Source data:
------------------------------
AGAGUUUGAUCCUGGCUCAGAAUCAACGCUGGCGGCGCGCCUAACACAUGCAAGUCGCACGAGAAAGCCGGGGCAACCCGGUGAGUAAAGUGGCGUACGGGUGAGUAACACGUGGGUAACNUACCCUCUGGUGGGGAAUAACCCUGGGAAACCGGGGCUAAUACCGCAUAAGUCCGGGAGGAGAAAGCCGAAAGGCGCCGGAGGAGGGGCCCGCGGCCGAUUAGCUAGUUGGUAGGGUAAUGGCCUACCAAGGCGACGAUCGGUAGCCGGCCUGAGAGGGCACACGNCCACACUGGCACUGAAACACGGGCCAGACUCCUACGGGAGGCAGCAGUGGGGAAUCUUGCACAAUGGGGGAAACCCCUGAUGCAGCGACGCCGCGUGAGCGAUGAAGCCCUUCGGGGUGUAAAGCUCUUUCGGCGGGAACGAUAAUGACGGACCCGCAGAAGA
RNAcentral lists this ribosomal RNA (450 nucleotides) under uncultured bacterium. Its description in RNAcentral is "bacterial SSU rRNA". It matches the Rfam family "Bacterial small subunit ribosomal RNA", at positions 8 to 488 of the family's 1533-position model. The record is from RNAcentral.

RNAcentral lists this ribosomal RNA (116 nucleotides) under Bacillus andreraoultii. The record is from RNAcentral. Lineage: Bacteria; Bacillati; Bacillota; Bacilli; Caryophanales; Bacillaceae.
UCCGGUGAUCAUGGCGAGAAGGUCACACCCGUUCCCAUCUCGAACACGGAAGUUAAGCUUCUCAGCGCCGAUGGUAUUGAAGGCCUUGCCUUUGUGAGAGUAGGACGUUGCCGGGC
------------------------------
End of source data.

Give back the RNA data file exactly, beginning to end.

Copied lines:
AGAGUUUGAUCCUGGCUCAGAAUCAACGCUGGCGGCGCGCCUAACACAUGCAAGUCGCACGAGAAAGCCGGGGCAACCCGGUGAGUAAAGUGGCGUACGGGUGAGUAACACGUGGGUAACNUACCCUCUGGUGGGGAAUAACCCUGGGAAACCGGGGCUAAUACCGCAUAAGUCCGGGAGGAGAAAGCCGAAAGGCGCCGGAGGAGGGGCCCGCGGCCGAUUAGCUAGUUGGUAGGGUAAUGGCCUACCAAGGCGACGAUCGGUAGCCGGCCUGAGAGGGCACACGNCCACACUGGCACUGAAACACGGGCCAGACUCCUACGGGAGGCAGCAGUGGGGAAUCUUGCACAAUGGGGGAAACCCCUGAUGCAGCGACGCCGCGUGAGCGAUGAAGCCCUUCGGGGUGUAAAGCUCUUUCGGCGGGAACGAUAAUGACGGACCCGCAGAAGA
RNAcentral lists this ribosomal RNA (450 nucleotides) under uncultured bacterium. Its description in RNAcentral is "bacterial SSU rRNA". It matches the Rfam family "Bacterial small subunit ribosomal RNA", at positions 8 to 488 of the family's 1533-position model. The record is from RNAcentral.

RNAcentral lists this ribosomal RNA (116 nucleotides) under Bacillus andreraoultii. The record is from RNAcentral. Lineage: Bacteria; Bacillati; Bacillota; Bacilli; Caryophanales; Bacillaceae.
UCCGGUGAUCAUGGCGAGAAGGUCACACCCGUUCCCAUCUCGAACACGGAAGUUAAGCUUCUCAGCGCCGAUGGUAUUGAAGGCCUUGCCUUUGUGAGAGUAGGACGUUGCCGGGC